New Book: TV's Top Anchors Slip Up, Fall Down
NEW YORK, March 5, 2013 /PRNewswire/ -- Every night, about 24 million Americans trust their favorite anchors to present the news. But what if viewers found out that many scripts read by anchors are wrong: words misused, grammar confused, facts abused?
A new book, Weighing Anchors: When Network Newscasters Can't Tell Write From Wrong, points out many deceptions, distortions and delinquencies.
The author, Mervin Block, wrote for Walter Cronkite at CBS and for Frank Reynolds at ABC; he also wrote at NBC. An adjunct at Columbia University's journalism school, he taught broadcast news writing for 30 years. He has written four books about how to write news for broadcast.
In his new book, Block (mervinblock.com) discloses case after case where anchors have made mistakes—and worse. Block doesn't swing a hatchet but wields an editor's red pen with care. And flair.
Chapters include "The Overnight Life of Brian"; "Write This Way, Please"; "When Exclusive News is Not Exclusive—and Not Even News," and "Alas, Poor Couric."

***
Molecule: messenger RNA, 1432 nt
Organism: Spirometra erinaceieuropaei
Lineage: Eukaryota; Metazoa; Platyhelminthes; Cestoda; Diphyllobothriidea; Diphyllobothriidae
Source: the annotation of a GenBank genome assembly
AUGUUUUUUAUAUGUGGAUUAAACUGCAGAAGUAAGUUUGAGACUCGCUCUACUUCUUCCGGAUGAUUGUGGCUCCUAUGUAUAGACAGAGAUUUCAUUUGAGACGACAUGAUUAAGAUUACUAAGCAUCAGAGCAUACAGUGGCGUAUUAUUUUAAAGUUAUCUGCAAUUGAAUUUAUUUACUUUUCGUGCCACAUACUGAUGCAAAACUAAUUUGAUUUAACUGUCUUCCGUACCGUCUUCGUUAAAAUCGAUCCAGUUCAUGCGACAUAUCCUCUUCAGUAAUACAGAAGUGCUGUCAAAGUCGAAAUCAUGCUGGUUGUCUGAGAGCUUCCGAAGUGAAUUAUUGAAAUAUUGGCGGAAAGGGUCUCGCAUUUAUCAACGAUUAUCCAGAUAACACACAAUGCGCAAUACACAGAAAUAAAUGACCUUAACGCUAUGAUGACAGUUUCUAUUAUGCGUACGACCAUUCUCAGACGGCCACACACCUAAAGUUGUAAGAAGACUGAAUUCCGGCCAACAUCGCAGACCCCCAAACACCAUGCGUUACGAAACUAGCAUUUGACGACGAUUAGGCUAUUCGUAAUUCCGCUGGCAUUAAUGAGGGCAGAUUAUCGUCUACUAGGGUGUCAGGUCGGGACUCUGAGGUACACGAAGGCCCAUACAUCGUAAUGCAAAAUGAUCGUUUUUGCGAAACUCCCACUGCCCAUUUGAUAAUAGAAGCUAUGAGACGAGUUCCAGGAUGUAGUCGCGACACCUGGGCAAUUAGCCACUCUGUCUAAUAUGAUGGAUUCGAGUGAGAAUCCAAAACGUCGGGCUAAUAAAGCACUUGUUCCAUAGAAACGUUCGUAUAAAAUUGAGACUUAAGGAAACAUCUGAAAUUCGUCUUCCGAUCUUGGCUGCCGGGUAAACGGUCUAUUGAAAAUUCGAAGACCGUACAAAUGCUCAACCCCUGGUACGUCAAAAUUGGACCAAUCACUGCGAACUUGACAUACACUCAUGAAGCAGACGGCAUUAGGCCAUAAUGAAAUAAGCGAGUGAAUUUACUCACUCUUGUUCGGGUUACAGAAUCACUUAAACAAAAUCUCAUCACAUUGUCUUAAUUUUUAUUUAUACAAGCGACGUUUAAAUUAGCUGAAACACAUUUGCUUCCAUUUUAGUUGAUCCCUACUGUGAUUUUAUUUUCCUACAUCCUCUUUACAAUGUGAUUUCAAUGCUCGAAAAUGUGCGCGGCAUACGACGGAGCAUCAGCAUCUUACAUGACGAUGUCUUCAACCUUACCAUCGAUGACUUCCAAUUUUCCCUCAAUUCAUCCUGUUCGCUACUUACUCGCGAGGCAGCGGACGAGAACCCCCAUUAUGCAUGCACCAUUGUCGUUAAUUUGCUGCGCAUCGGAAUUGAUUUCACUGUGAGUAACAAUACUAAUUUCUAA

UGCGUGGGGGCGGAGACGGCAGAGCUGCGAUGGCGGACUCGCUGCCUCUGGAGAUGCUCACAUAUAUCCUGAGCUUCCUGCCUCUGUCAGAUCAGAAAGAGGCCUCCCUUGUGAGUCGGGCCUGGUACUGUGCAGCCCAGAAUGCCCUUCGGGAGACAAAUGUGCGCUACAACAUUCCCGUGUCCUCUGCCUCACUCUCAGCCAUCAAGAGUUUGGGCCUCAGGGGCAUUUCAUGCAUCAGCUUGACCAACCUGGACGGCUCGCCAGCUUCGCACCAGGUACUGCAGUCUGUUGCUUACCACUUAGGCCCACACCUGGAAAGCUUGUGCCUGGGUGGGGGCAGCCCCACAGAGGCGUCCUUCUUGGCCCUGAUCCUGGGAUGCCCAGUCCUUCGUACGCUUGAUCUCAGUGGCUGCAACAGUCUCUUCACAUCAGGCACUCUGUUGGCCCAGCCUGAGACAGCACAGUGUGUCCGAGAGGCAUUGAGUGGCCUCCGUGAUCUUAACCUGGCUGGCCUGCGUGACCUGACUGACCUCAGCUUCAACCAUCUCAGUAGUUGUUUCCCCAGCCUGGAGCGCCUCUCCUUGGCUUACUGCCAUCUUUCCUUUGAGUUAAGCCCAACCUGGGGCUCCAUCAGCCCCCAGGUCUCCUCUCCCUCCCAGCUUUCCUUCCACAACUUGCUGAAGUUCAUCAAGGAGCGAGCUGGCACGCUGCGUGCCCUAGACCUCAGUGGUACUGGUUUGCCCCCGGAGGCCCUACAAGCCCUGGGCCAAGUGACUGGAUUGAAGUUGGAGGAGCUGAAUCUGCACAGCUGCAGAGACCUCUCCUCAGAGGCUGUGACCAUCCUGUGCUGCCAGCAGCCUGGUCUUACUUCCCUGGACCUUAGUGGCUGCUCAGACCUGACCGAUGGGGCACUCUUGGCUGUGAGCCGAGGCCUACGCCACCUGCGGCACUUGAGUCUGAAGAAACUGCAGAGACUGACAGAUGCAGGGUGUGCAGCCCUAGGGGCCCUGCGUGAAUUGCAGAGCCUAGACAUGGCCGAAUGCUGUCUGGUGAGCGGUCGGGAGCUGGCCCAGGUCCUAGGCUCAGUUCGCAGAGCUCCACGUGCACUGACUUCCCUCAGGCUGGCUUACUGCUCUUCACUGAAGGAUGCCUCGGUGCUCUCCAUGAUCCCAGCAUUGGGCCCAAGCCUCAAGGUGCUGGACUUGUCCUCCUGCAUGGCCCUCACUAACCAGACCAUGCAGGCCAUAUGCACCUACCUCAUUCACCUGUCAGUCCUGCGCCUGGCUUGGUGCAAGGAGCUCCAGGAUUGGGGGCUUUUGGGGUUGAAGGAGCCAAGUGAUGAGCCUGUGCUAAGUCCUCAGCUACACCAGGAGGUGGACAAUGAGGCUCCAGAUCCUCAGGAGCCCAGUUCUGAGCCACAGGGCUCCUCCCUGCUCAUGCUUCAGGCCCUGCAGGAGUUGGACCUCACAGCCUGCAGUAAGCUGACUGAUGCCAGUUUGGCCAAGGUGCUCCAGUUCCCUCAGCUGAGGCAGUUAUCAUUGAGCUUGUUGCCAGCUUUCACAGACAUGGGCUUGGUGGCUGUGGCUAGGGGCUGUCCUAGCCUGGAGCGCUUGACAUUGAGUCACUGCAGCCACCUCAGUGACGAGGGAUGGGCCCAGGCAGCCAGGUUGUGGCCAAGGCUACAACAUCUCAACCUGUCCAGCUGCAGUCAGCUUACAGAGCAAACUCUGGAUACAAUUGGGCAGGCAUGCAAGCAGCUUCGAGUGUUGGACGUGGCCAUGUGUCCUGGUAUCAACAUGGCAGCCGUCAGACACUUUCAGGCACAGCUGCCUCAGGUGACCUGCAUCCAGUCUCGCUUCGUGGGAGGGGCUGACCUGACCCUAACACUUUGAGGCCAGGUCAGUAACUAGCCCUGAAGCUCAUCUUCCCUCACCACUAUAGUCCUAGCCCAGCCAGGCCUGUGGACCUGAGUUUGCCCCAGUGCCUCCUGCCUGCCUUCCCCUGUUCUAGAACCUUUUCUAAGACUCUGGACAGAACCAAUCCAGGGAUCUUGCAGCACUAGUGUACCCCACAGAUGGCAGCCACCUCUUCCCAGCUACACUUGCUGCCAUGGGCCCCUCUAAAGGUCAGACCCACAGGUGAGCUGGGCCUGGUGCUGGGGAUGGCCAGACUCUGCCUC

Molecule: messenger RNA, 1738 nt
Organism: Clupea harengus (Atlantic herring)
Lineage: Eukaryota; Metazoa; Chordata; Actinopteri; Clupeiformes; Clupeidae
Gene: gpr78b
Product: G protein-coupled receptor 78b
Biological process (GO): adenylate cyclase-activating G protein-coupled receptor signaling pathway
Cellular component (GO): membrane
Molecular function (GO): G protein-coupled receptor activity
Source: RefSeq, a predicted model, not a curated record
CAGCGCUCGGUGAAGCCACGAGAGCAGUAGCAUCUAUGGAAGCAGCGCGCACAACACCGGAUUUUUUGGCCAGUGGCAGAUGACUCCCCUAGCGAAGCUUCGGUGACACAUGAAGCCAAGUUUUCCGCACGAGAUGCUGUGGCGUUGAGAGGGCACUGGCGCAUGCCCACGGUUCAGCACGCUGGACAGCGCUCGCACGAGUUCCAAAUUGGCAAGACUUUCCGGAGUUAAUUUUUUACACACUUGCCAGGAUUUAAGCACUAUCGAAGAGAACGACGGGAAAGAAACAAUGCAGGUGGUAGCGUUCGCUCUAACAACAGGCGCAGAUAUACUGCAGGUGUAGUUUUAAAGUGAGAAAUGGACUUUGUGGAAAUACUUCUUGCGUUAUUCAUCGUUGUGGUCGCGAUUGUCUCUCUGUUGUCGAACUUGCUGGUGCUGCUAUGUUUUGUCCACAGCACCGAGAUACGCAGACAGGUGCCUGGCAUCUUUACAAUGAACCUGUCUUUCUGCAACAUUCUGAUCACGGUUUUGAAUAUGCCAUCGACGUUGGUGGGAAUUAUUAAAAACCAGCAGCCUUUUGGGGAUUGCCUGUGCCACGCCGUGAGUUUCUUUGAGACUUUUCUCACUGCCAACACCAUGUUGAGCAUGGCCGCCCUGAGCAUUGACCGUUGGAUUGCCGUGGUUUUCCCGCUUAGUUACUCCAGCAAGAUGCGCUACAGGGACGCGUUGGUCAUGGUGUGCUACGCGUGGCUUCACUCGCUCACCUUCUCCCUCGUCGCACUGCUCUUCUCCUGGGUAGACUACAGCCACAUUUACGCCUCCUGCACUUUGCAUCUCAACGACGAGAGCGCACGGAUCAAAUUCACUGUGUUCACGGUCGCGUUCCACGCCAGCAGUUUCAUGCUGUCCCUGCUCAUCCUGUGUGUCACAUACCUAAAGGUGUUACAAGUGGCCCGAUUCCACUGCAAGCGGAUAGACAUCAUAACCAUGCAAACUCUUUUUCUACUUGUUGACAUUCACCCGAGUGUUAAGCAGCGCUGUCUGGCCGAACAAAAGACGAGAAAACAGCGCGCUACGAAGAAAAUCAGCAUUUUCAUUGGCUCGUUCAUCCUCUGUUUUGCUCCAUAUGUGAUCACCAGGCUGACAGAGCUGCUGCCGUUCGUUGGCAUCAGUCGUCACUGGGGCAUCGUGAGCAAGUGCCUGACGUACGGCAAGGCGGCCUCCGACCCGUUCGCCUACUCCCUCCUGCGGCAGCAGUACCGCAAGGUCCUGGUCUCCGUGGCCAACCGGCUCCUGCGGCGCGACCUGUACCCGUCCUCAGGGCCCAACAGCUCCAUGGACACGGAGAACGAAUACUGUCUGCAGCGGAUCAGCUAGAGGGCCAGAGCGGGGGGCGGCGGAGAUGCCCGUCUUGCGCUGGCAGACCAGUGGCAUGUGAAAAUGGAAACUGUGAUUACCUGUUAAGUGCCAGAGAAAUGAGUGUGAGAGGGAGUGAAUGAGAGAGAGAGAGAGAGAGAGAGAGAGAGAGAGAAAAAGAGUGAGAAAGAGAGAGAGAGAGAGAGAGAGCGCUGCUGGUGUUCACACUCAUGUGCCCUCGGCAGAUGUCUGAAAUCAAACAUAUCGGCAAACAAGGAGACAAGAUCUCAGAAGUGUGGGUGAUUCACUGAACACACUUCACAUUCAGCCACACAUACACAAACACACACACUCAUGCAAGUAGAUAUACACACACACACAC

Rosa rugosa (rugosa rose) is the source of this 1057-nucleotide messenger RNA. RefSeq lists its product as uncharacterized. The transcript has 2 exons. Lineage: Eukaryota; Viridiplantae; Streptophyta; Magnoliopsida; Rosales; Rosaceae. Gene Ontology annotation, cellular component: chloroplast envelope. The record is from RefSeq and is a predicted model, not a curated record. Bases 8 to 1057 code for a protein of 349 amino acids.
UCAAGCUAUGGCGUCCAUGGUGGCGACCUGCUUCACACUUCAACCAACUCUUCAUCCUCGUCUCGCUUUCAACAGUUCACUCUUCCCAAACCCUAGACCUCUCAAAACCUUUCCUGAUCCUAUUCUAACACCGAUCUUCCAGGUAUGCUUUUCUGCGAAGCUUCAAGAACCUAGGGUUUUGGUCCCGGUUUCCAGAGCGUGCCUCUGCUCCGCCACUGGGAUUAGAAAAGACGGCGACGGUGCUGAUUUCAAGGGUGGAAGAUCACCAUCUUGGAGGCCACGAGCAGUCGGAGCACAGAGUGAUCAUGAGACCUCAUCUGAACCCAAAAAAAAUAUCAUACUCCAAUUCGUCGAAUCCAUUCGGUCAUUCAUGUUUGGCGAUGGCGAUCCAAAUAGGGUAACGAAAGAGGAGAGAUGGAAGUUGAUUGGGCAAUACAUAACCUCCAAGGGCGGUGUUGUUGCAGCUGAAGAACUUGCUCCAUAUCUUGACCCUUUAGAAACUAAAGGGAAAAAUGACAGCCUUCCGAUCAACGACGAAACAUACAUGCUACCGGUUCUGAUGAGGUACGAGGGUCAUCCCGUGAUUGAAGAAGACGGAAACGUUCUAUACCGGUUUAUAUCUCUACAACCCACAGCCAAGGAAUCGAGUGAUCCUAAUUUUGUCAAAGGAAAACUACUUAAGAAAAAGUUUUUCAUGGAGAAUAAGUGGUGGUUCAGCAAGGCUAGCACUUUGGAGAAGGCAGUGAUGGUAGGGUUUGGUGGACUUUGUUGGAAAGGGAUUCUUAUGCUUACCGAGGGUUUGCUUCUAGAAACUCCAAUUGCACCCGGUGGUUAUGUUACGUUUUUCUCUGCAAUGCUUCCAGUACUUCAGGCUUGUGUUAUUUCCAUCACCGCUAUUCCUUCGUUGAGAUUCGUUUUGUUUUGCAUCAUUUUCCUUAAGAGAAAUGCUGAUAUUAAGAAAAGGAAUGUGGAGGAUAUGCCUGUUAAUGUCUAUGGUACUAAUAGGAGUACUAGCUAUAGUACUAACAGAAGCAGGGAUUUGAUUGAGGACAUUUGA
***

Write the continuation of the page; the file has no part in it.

The anchors all have their strengths. But to borrow from the Book of Daniel--and the Book of Block--the anchors have been weighed and found wanting.
The media critic of TimeOutChicago, Robert Feder, says:
"When network anchors murder the language—which they do night after night—-thank goodness there's Merv Block to perform the autopsy. No one has a better ear or sharper pencil than Merv Block. He's a one-man quality control department for the broadcast news business. His wise and witty dissections of TV's highest-paid poobahs and their verbal blunders are both hilarious and appalling. After reading his collection of spot-on critiques, you'll never watch TV news the same way again."
A broadcast consultant, Valerie Geller, says:
"For anyone interested in TV news, Weighing Anchors is a great read. In his unique and entertaining style, Mervin Block not-so-gently points out broadcasting's high crimes and misdemeanors--from the spectacular to the mundane, offering example after example of what NOT to do to keep your credibility in TV news. This is a fun and delightful book from the very best teacher of the craft of news writing in America."
And a NewsBlues columnist, Mona Scott, says,
"It's a compelling read, especially if you put network anchors like Diane Sawyer, Brian Williams and Scott Pelley, plus CNN's Anderson Cooper, on pedestals."
Publisher, Marion Street Press, Jim Schuette, www.marionstreetpress.com
SOURCE Television Newswriting Workshop